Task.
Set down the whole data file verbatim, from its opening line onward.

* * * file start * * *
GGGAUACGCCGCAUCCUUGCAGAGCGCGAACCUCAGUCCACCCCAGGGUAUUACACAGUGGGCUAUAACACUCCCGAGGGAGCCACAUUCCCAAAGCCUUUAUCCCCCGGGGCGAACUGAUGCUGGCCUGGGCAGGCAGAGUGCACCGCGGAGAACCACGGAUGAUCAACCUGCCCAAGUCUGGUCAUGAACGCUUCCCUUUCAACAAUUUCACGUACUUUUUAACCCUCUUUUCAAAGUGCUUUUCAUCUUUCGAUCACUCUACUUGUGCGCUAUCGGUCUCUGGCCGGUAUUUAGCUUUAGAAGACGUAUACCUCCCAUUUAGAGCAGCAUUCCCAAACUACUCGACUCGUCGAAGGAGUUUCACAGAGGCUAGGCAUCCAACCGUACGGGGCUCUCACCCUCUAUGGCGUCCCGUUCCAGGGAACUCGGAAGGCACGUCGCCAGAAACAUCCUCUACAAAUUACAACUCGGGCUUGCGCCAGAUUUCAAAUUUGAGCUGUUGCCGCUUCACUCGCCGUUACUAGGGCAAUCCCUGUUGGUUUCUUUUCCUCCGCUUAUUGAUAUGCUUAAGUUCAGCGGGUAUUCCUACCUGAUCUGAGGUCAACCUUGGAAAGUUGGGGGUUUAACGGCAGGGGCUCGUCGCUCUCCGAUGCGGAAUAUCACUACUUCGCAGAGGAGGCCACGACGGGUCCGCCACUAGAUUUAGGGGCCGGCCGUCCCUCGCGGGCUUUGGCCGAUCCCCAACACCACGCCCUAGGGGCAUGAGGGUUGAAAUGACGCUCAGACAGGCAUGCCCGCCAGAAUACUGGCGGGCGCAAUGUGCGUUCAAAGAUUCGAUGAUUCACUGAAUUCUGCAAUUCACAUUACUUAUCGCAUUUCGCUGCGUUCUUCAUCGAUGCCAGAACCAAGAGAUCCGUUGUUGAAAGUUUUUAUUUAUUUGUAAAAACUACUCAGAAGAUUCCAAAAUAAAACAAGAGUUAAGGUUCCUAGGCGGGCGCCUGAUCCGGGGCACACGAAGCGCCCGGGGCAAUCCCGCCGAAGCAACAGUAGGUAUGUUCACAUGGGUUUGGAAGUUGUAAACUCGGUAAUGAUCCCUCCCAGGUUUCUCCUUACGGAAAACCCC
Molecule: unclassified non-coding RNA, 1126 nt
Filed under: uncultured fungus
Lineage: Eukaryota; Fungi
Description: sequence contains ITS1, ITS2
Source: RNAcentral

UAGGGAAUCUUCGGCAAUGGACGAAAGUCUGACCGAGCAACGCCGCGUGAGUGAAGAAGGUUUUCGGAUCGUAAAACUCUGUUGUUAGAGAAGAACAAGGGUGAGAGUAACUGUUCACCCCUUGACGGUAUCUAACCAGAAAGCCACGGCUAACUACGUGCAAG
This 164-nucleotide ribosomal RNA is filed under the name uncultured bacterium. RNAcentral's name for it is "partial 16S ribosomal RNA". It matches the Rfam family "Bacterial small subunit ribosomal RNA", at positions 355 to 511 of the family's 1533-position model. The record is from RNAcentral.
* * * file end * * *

GGGAUACGCCGCAUCCUUGCAGAGCGCGAACCUCAGUCCACCCCAGGGUAUUACACAGUGGGCUAUAACACUCCCGAGGGAGCCACAUUCCCAAAGCCUUUAUCCCCCGGGGCGAACUGAUGCUGGCCUGGGCAGGCAGAGUGCACCGCGGAGAACCACGGAUGAUCAACCUGCCCAAGUCUGGUCAUGAACGCUUCCCUUUCAACAAUUUCACGUACUUUUUAACCCUCUUUUCAAAGUGCUUUUCAUCUUUCGAUCACUCUACUUGUGCGCUAUCGGUCUCUGGCCGGUAUUUAGCUUUAGAAGACGUAUACCUCCCAUUUAGAGCAGCAUUCCCAAACUACUCGACUCGUCGAAGGAGUUUCACAGAGGCUAGGCAUCCAACCGUACGGGGCUCUCACCCUCUAUGGCGUCCCGUUCCAGGGAACUCGGAAGGCACGUCGCCAGAAACAUCCUCUACAAAUUACAACUCGGGCUUGCGCCAGAUUUCAAAUUUGAGCUGUUGCCGCUUCACUCGCCGUUACUAGGGCAAUCCCUGUUGGUUUCUUUUCCUCCGCUUAUUGAUAUGCUUAAGUUCAGCGGGUAUUCCUACCUGAUCUGAGGUCAACCUUGGAAAGUUGGGGGUUUAACGGCAGGGGCUCGUCGCUCUCCGAUGCGGAAUAUCACUACUUCGCAGAGGAGGCCACGACGGGUCCGCCACUAGAUUUAGGGGCCGGCCGUCCCUCGCGGGCUUUGGCCGAUCCCCAACACCACGCCCUAGGGGCAUGAGGGUUGAAAUGACGCUCAGACAGGCAUGCCCGCCAGAAUACUGGCGGGCGCAAUGUGCGUUCAAAGAUUCGAUGAUUCACUGAAUUCUGCAAUUCACAUUACUUAUCGCAUUUCGCUGCGUUCUUCAUCGAUGCCAGAACCAAGAGAUCCGUUGUUGAAAGUUUUUAUUUAUUUGUAAAAACUACUCAGAAGAUUCCAAAAUAAAACAAGAGUUAAGGUUCCUAGGCGGGCGCCUGAUCCGGGGCACACGAAGCGCCCGGGGCAAUCCCGCCGAAGCAACAGUAGGUAUGUUCACAUGGGUUUGGAAGUUGUAAACUCGGUAAUGAUCCCUCCCAGGUUUCUCCUUACGGAAAACCCC
Molecule: unclassified non-coding RNA, 1126 nt
Filed under: uncultured fungus
Lineage: Eukaryota; Fungi
Description: sequence contains ITS1, ITS2
Source: RNAcentral

UAGGGAAUCUUCGGCAAUGGACGAAAGUCUGACCGAGCAACGCCGCGUGAGUGAAGAAGGUUUUCGGAUCGUAAAACUCUGUUGUUAGAGAAGAACAAGGGUGAGAGUAACUGUUCACCCCUUGACGGUAUCUAACCAGAAAGCCACGGCUAACUACGUGCAAG
This 164-nucleotide ribosomal RNA is filed under the name uncultured bacterium. RNAcentral's name for it is "partial 16S ribosomal RNA". It matches the Rfam family "Bacterial small subunit ribosomal RNA", at positions 355 to 511 of the family's 1533-position model. The record is from RNAcentral.